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Thread: Vinyl pool and calcium hardness

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    Join Date
    May 2008
    Location
    Northern Virginia
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    30

    Vinyl pool and calcium hardness

    I was at the pool store returning some over-priced parts and had them test the water. Calcium hardness was 130 and they recommended adding 28 pounds of Hardness Plus.

    Based on what I've read here, it was my impression that I didn't need to worry about the calcium hardness level since I have a vinyl pool. When I told this to the tester, he said he had never heard any such advice. According to him, if the calcium level is low, the water will basically suck calcium out of the liner and cause it to degrade faster.

    When I googled the issue, I saw somebody post the following on another site in response to a similar question:
    "Ignore Calcium Hardness In Vinyl Pools"

    WRONG!!!!!!!!
    I have been in the pool business most of my life... 40+ years... Part of balancing the water daily thru weekly includes Calcium Hardness... If the level is too low it will try sucking it out of the liner! I assume you have never seen a shribbled liner or decayed equipment from not caring about the Calcium Hardness...

    True on the part with concrete, gunite, tile surfaces... Pool builders neglect to tell gunite pool owners to brush the walls a solid 14 days so it doesn't get prickly, etc... Plus to test the water daily, too...

    Note: Always have the pool's water tested professionally for everything when 1st opened and adjust what's off... Then test it again professionally a week later to be sure it is balanced...

    Note: The type of chlorination and added water will dictate if the Calcium Hardness is being effected, too...

    Note: Pool equipment and pool surfaces are eaten away and break down from neglect and poor water balancing!
    Any thoughts on this? A guess is we probably have 2-3 years left on the liner. Maybe more. But I'd sure hate to do anything to rush it.

    I tested chlorine and PH this morning, but here are the rest of the pool store test results. PH was about the same as me. I would have put it at 7.5, but I tested about 8 hours earlier. My chlorine level with the Taylor kit was also higher, but it was sunny, in the 90s and kids spent about 5 hours swimming today so it probably dropped.

    Store test #s:

    Free chlorine: 2.0
    PH: 7.6 (I'm going to try and drop it a bit tomorrow)
    TA: 80
    CH: 130 (they recommended 200-400)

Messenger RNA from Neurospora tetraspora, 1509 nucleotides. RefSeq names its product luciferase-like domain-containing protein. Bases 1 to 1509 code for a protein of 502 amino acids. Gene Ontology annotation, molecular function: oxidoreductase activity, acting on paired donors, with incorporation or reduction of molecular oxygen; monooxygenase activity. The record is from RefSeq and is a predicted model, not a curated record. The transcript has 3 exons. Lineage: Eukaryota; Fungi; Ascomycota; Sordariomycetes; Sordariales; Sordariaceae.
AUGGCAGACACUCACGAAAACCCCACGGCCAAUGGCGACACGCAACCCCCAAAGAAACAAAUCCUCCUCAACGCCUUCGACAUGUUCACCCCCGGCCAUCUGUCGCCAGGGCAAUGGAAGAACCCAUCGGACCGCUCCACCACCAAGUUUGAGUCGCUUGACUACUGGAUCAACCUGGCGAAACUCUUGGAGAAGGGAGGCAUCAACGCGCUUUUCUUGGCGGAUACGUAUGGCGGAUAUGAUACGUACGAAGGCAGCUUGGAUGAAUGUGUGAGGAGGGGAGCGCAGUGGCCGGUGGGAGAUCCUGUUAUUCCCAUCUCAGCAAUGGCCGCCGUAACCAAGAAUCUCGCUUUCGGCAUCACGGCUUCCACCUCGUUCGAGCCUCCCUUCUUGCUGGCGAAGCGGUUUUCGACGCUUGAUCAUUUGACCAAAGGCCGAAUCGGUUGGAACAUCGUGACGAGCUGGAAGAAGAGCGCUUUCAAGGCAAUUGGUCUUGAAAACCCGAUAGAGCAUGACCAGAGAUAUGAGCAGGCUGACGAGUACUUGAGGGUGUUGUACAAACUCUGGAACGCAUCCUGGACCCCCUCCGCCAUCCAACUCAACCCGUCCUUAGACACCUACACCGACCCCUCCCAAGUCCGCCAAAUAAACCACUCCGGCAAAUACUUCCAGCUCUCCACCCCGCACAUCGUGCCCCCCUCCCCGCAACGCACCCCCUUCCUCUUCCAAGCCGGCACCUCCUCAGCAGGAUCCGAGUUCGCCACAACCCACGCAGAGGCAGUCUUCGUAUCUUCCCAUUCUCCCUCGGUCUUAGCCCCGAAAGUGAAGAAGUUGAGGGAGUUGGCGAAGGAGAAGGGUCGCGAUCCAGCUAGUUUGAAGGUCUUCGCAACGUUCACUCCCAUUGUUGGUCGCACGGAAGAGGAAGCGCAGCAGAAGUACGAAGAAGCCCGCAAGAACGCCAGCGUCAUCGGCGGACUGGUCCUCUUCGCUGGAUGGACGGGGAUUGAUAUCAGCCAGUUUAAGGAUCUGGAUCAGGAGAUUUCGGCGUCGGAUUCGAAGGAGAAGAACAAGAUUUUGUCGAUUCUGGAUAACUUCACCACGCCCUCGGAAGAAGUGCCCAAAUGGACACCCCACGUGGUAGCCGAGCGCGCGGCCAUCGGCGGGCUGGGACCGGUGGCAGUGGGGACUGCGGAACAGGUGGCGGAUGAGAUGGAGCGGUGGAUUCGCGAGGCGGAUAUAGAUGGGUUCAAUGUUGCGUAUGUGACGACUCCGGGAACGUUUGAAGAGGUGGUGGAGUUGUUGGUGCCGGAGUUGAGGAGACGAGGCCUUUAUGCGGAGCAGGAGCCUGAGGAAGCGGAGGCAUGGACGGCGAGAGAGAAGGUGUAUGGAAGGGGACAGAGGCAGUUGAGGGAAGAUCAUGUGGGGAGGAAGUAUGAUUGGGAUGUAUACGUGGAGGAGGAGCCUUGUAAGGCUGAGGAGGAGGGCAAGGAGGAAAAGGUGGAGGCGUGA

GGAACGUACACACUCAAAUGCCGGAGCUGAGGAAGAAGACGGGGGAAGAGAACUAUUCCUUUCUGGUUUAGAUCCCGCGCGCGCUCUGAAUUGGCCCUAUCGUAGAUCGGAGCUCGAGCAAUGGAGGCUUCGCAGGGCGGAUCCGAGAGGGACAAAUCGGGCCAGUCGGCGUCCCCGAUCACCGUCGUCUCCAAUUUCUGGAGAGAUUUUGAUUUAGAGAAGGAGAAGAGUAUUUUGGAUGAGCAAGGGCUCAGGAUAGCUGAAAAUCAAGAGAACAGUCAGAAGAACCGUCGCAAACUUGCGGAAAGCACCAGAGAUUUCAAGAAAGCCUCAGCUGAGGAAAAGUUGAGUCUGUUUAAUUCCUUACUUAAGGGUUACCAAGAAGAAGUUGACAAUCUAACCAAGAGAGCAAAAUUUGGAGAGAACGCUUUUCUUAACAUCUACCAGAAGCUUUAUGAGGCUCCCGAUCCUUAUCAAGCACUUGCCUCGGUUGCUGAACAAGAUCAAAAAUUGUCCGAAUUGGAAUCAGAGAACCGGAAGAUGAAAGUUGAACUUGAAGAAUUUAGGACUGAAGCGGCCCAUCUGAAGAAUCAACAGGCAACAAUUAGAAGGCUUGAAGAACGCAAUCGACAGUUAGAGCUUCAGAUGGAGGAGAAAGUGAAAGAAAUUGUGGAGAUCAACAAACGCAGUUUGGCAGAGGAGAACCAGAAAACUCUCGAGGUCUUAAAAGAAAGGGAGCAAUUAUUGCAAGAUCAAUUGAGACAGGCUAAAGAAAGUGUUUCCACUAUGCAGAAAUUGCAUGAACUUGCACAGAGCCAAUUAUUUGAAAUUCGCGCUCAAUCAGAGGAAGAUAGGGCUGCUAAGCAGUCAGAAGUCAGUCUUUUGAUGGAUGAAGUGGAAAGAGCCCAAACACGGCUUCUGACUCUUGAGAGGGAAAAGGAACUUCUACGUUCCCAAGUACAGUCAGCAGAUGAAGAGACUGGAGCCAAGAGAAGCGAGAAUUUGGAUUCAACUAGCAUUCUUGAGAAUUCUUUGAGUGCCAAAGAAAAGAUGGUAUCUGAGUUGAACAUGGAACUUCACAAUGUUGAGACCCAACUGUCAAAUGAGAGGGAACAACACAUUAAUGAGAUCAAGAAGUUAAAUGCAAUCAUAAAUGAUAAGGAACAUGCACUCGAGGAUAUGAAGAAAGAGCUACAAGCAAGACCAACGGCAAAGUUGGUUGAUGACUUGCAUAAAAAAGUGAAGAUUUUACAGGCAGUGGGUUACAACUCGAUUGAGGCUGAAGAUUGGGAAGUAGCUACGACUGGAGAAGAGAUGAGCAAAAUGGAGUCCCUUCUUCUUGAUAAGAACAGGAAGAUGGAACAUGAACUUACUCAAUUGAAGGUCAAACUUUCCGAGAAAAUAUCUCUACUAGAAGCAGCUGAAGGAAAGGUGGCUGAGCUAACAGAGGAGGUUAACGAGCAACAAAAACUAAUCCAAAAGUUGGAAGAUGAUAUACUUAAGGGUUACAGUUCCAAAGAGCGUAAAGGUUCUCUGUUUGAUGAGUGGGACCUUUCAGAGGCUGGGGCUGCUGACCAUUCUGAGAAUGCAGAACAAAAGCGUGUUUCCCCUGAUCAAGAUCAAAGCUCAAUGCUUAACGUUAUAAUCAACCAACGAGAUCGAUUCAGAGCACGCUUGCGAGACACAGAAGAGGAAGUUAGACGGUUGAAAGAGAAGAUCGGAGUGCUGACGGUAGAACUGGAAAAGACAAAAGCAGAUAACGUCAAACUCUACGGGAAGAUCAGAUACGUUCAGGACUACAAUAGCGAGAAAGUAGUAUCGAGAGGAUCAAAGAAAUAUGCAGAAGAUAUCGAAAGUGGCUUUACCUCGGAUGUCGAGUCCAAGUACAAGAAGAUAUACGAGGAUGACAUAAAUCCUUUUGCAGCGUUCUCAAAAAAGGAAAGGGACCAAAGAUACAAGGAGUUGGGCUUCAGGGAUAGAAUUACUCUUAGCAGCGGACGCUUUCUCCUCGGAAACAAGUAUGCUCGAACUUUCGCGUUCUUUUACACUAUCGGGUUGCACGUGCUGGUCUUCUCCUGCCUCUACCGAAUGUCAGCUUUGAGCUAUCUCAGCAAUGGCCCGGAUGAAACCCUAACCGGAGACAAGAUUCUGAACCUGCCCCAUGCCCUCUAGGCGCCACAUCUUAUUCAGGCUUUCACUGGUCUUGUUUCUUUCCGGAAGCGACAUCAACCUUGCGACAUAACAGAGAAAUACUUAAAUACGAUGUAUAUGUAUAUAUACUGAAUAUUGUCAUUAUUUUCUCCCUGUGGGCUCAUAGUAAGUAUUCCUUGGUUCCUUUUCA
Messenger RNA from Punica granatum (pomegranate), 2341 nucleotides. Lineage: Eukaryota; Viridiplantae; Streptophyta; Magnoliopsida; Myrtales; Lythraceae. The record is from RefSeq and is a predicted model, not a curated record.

CYA: 50

    Thoughts?
    _______
    35,000 IG vinyl with new Hayward Sand filter in 2006, chlorinator, Hayward 1.5HP Super Pump, Polaris with own pump, gas heater, 2 skimmers, 2 returns, no main drain.

  2. Back To Top    #2
    JasonLion's Avatar
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    May 2007
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    Silver Spring, MD
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    37,879

    Re: Vinyl pool and calcium hardness

    You do need to worry about calcium being too high. Of course you are no where near that right now.

    You do not need to worry about calcium being too low, particularly if your current CH level is 130.

    Bad things do sometimes happen to vinyl liners, mostly from the PH being too low, but not because of low calcium.
    19K gal, vinyl, 1/2 HP WhisperFlo pump, 200 sqft cartridge filter, AutoPilot Digital SWG, Dolphin Dynamic cleaning robot
    Creator of PoolMath and Pool Calculator. Other handy links: Support this site, TF Test Kits, Pool School

  3. Back To Top    #3

    Join Date
    May 2008
    Location
    Northern Virginia
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    Re: Vinyl pool and calcium hardness

    At CGT Pool Liners (http://www.cgtpoolliners.com/cgt-techni ... r-care.htm), I saw this advice:

    Calcium levels should be kept at a minimum level of 200 ppm to avoid corrosive conditions. Calcium levels over 500 ppm may cause problems such as cloudy water or scaling on the liner surface.
    I'm not looking to waste money. But I am seeing conflicting advice here. And this one came from a manufacturer, not the guys looking to sell me product.
    _______
    35,000 IG vinyl with new Hayward Sand filter in 2006, chlorinator, Hayward 1.5HP Super Pump, Polaris with own pump, gas heater, 2 skimmers, 2 returns, no main drain.

  4. Back To Top    #4

    Join Date
    Jul 2007
    Location
    Brisbane, Australia
    Posts
    874

    Re: Vinyl pool and calcium hardness

    I don't think there is any calcium in pool liner at all.
    Although they do use calcium carbonate additives sometimes to make poly more durable, it's normally for rigid items.

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